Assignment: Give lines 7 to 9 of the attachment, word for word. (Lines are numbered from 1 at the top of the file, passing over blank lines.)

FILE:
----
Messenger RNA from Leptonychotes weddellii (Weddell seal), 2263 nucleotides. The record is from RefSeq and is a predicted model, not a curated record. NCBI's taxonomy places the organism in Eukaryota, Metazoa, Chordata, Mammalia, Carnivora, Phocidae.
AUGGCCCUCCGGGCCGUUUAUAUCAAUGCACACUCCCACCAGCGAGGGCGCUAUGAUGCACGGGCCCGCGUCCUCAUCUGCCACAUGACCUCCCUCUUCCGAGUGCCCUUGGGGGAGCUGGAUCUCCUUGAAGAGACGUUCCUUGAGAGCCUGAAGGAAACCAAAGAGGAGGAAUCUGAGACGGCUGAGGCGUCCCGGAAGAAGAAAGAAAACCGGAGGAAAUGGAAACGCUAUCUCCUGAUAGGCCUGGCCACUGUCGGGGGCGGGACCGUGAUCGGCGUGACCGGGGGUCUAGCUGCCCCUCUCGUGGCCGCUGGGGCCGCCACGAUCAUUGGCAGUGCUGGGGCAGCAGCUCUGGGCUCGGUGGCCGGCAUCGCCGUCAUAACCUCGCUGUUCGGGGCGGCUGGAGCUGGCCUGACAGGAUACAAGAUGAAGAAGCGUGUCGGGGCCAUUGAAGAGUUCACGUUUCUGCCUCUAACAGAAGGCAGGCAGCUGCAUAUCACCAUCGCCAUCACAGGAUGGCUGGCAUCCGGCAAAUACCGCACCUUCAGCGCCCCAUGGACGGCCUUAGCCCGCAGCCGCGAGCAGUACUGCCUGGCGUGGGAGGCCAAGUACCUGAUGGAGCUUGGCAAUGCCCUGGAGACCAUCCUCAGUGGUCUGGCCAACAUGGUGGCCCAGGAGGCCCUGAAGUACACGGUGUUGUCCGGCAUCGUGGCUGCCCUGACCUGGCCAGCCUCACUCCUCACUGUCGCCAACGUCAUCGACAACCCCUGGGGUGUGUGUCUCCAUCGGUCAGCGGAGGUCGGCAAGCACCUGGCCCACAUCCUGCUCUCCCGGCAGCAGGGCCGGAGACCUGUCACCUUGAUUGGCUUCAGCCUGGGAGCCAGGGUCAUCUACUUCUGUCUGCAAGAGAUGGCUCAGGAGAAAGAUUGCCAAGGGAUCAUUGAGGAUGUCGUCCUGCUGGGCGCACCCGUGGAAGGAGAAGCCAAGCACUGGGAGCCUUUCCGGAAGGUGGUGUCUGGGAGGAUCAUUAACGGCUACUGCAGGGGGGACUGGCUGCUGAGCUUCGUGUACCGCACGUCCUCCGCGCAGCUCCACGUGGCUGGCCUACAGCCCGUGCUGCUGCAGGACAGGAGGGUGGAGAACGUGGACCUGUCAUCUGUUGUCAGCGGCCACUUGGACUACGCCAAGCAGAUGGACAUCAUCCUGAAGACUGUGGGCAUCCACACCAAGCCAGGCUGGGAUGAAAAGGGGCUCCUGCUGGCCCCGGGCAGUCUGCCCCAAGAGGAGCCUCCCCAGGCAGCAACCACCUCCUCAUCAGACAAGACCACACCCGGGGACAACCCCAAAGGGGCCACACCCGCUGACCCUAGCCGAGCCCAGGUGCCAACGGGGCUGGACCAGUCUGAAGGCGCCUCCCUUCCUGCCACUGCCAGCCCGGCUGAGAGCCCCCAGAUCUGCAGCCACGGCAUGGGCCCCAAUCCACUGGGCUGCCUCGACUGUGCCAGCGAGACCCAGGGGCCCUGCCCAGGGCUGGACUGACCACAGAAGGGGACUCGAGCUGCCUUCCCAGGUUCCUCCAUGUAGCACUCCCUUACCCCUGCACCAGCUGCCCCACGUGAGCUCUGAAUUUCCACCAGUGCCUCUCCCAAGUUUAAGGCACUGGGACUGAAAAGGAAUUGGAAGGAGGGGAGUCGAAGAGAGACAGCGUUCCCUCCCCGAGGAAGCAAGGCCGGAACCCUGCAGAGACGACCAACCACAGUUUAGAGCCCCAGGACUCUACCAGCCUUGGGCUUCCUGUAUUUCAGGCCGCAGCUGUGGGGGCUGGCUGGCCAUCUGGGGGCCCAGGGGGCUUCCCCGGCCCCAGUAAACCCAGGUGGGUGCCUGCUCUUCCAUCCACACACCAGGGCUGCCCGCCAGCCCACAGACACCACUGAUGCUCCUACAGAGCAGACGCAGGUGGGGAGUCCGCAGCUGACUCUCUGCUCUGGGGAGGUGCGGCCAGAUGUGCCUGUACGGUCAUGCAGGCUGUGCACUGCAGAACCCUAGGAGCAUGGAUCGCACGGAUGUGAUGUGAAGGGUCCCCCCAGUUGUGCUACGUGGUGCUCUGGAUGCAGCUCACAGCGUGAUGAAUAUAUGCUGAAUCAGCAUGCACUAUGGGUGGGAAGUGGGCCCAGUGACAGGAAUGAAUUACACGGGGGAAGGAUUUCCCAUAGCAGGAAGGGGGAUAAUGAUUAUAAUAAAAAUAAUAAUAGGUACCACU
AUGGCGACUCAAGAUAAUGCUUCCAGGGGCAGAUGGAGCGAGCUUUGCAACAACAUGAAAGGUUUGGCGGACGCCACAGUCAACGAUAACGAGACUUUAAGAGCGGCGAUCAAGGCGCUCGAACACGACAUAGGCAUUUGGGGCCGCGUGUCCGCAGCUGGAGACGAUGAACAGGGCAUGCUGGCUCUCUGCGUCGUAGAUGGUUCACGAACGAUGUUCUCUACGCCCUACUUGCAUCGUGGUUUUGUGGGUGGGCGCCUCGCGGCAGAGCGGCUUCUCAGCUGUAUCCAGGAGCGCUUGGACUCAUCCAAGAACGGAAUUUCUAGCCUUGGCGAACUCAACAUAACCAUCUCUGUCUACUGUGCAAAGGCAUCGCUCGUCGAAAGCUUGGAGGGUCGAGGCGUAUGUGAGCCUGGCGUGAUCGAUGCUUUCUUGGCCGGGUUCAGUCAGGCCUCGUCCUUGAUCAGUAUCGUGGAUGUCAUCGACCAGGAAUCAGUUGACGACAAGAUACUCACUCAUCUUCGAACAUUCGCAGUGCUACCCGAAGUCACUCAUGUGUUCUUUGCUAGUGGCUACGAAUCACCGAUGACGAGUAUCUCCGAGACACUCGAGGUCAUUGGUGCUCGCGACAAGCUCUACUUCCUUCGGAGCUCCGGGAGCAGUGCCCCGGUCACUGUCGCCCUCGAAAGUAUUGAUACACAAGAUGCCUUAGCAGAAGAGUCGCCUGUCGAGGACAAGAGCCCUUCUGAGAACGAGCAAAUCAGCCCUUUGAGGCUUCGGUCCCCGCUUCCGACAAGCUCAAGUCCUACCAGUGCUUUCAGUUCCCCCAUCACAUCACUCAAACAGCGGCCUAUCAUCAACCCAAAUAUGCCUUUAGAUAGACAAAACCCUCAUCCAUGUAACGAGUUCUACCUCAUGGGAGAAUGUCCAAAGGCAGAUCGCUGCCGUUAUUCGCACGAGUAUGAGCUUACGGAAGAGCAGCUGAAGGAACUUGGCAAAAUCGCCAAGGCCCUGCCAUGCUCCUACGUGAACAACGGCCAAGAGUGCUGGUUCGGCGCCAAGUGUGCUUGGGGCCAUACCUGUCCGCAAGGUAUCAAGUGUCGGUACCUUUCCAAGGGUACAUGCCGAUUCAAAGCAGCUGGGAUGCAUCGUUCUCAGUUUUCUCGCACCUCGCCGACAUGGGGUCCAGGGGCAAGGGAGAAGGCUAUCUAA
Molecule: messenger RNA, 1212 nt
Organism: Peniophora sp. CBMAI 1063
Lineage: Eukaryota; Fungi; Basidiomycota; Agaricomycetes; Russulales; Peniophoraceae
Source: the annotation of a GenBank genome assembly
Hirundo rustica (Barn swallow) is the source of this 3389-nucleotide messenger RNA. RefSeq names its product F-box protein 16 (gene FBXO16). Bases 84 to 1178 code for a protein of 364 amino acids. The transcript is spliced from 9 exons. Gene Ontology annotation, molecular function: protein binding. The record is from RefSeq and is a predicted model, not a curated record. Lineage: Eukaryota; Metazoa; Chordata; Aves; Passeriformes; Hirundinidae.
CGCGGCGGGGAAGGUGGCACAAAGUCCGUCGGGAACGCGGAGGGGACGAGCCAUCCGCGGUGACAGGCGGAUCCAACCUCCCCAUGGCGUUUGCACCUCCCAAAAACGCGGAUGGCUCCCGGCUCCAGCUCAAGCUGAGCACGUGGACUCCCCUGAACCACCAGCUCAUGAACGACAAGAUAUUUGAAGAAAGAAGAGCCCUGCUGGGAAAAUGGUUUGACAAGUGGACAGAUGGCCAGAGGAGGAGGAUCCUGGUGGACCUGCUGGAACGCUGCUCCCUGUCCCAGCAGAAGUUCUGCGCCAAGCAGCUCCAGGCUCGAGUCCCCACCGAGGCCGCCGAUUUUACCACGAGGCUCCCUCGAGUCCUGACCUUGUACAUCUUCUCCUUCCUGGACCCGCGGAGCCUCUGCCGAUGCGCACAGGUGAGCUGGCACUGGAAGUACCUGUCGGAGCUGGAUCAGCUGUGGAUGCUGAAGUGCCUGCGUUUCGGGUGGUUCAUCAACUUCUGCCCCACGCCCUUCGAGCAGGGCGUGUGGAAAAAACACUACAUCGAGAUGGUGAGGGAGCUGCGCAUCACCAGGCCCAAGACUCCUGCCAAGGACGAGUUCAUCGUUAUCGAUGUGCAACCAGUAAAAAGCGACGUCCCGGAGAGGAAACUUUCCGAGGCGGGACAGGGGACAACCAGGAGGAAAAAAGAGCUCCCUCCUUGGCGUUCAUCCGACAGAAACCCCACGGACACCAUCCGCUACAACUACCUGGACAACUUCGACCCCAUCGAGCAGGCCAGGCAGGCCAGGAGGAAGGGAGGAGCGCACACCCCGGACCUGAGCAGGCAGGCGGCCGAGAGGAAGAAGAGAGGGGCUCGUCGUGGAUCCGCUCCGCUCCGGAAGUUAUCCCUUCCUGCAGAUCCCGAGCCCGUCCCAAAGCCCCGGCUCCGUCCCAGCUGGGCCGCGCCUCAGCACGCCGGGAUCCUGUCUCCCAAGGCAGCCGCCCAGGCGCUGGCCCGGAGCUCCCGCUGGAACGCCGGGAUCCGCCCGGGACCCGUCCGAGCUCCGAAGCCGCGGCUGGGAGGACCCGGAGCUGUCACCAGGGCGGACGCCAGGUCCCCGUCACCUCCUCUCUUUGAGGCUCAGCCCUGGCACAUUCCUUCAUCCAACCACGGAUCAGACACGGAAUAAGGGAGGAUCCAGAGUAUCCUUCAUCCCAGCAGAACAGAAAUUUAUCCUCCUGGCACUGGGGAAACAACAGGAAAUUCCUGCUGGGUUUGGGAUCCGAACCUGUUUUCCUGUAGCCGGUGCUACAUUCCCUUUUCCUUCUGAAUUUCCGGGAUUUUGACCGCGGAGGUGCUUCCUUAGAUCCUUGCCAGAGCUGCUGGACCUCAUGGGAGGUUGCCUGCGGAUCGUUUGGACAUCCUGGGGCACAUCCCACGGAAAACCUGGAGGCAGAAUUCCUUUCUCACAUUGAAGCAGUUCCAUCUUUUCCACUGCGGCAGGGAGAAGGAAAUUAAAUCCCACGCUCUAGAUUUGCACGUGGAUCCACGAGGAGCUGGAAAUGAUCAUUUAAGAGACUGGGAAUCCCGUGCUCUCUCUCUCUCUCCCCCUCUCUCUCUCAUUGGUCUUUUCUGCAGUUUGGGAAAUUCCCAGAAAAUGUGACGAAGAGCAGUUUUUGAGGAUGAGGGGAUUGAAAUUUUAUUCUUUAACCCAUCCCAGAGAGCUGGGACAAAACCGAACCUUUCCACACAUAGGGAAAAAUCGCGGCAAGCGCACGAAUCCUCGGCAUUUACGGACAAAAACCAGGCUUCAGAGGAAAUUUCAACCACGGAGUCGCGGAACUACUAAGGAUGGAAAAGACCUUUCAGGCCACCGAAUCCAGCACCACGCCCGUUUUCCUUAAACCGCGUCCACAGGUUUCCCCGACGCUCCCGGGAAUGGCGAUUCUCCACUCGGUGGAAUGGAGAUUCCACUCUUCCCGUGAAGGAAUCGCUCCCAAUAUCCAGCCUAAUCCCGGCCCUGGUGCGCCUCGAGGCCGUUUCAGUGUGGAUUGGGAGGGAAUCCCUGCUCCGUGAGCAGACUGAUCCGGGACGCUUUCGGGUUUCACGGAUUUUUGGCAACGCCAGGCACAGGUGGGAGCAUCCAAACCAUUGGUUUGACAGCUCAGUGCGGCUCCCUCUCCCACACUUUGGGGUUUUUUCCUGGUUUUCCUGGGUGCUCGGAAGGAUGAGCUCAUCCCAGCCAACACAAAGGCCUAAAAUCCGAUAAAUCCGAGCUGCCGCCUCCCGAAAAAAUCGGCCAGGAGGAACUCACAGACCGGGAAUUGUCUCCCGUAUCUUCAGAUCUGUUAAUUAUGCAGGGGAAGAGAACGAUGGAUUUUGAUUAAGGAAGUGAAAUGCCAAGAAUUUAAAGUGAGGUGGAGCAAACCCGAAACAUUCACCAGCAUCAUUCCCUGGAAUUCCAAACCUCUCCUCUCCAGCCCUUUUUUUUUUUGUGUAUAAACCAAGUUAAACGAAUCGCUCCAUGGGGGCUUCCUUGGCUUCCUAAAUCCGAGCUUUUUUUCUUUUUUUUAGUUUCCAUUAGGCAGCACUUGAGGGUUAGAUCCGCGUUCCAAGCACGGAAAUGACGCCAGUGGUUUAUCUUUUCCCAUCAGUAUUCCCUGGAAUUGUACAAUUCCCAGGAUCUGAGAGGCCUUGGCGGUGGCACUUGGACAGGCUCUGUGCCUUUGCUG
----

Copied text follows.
Source: the annotation of a GenBank genome assembly
Hirundo rustica (Barn swallow) is the source of this 3389-nucleotide messenger RNA. RefSeq names its product F-box protein 16 (gene FBXO16). Bases 84 to 1178 code for a protein of 364 amino acids. The transcript is spliced from 9 exons. Gene Ontology annotation, molecular function: protein binding. The record is from RefSeq and is a predicted model, not a curated record. Lineage: Eukaryota; Metazoa; Chordata; Aves; Passeriformes; Hirundinidae.
CGCGGCGGGGAAGGUGGCACAAAGUCCGUCGGGAACGCGGAGGGGACGAGCCAUCCGCGGUGACAGGCGGAUCCAACCUCCCCAUGGCGUUUGCACCUCCCAAAAACGCGGAUGGCUCCCGGCUCCAGCUCAAGCUGAGCACGUGGACUCCCCUGAACCACCAGCUCAUGAACGACAAGAUAUUUGAAGAAAGAAGAGCCCUGCUGGGAAAAUGGUUUGACAAGUGGACAGAUGGCCAGAGGAGGAGGAUCCUGGUGGACCUGCUGGAACGCUGCUCCCUGUCCCAGCAGAAGUUCUGCGCCAAGCAGCUCCAGGCUCGAGUCCCCACCGAGGCCGCCGAUUUUACCACGAGGCUCCCUCGAGUCCUGACCUUGUACAUCUUCUCCUUCCUGGACCCGCGGAGCCUCUGCCGAUGCGCACAGGUGAGCUGGCACUGGAAGUACCUGUCGGAGCUGGAUCAGCUGUGGAUGCUGAAGUGCCUGCGUUUCGGGUGGUUCAUCAACUUCUGCCCCACGCCCUUCGAGCAGGGCGUGUGGAAAAAACACUACAUCGAGAUGGUGAGGGAGCUGCGCAUCACCAGGCCCAAGACUCCUGCCAAGGACGAGUUCAUCGUUAUCGAUGUGCAACCAGUAAAAAGCGACGUCCCGGAGAGGAAACUUUCCGAGGCGGGACAGGGGACAACCAGGAGGAAAAAAGAGCUCCCUCCUUGGCGUUCAUCCGACAGAAACCCCACGGACACCAUCCGCUACAACUACCUGGACAACUUCGACCCCAUCGAGCAGGCCAGGCAGGCCAGGAGGAAGGGAGGAGCGCACACCCCGGACCUGAGCAGGCAGGCGGCCGAGAGGAAGAAGAGAGGGGCUCGUCGUGGAUCCGCUCCGCUCCGGAAGUUAUCCCUUCCUGCAGAUCCCGAGCCCGUCCCAAAGCCCCGGCUCCGUCCCAGCUGGGCCGCGCCUCAGCACGCCGGGAUCCUGUCUCCCAAGGCAGCCGCCCAGGCGCUGGCCCGGAGCUCCCGCUGGAACGCCGGGAUCCGCCCGGGACCCGUCCGAGCUCCGAAGCCGCGGCUGGGAGGACCCGGAGCUGUCACCAGGGCGGACGCCAGGUCCCCGUCACCUCCUCUCUUUGAGGCUCAGCCCUGGCACAUUCCUUCAUCCAACCACGGAUCAGACACGGAAUAAGGGAGGAUCCAGAGUAUCCUUCAUCCCAGCAGAACAGAAAUUUAUCCUCCUGGCACUGGGGAAACAACAGGAAAUUCCUGCUGGGUUUGGGAUCCGAACCUGUUUUCCUGUAGCCGGUGCUACAUUCCCUUUUCCUUCUGAAUUUCCGGGAUUUUGACCGCGGAGGUGCUUCCUUAGAUCCUUGCCAGAGCUGCUGGACCUCAUGGGAGGUUGCCUGCGGAUCGUUUGGACAUCCUGGGGCACAUCCCACGGAAAACCUGGAGGCAGAAUUCCUUUCUCACAUUGAAGCAGUUCCAUCUUUUCCACUGCGGCAGGGAGAAGGAAAUUAAAUCCCACGCUCUAGAUUUGCACGUGGAUCCACGAGGAGCUGGAAAUGAUCAUUUAAGAGACUGGGAAUCCCGUGCUCUCUCUCUCUCUCCCCCUCUCUCUCUCAUUGGUCUUUUCUGCAGUUUGGGAAAUUCCCAGAAAAUGUGACGAAGAGCAGUUUUUGAGGAUGAGGGGAUUGAAAUUUUAUUCUUUAACCCAUCCCAGAGAGCUGGGACAAAACCGAACCUUUCCACACAUAGGGAAAAAUCGCGGCAAGCGCACGAAUCCUCGGCAUUUACGGACAAAAACCAGGCUUCAGAGGAAAUUUCAACCACGGAGUCGCGGAACUACUAAGGAUGGAAAAGACCUUUCAGGCCACCGAAUCCAGCACCACGCCCGUUUUCCUUAAACCGCGUCCACAGGUUUCCCCGACGCUCCCGGGAAUGGCGAUUCUCCACUCGGUGGAAUGGAGAUUCCACUCUUCCCGUGAAGGAAUCGCUCCCAAUAUCCAGCCUAAUCCCGGCCCUGGUGCGCCUCGAGGCCGUUUCAGUGUGGAUUGGGAGGGAAUCCCUGCUCCGUGAGCAGACUGAUCCGGGACGCUUUCGGGUUUCACGGAUUUUUGGCAACGCCAGGCACAGGUGGGAGCAUCCAAACCAUUGGUUUGACAGCUCAGUGCGGCUCCCUCUCCCACACUUUGGGGUUUUUUCCUGGUUUUCCUGGGUGCUCGGAAGGAUGAGCUCAUCCCAGCCAACACAAAGGCCUAAAAUCCGAUAAAUCCGAGCUGCCGCCUCCCGAAAAAAUCGGCCAGGAGGAACUCACAGACCGGGAAUUGUCUCCCGUAUCUUCAGAUCUGUUAAUUAUGCAGGGGAAGAGAACGAUGGAUUUUGAUUAAGGAAGUGAAAUGCCAAGAAUUUAAAGUGAGGUGGAGCAAACCCGAAACAUUCACCAGCAUCAUUCCCUGGAAUUCCAAACCUCUCCUCUCCAGCCCUUUUUUUUUUUGUGUAUAAACCAAGUUAAACGAAUCGCUCCAUGGGGGCUUCCUUGGCUUCCUAAAUCCGAGCUUUUUUUCUUUUUUUUAGUUUCCAUUAGGCAGCACUUGAGGGUUAGAUCCGCGUUCCAAGCACGGAAAUGACGCCAGUGGUUUAUCUUUUCCCAUCAGUAUUCCCUGGAAUUGUACAAUUCCCAGGAUCUGAGAGGCCUUGGCGGUGGCACUUGGACAGGCUCUGUGCCUUUGCUG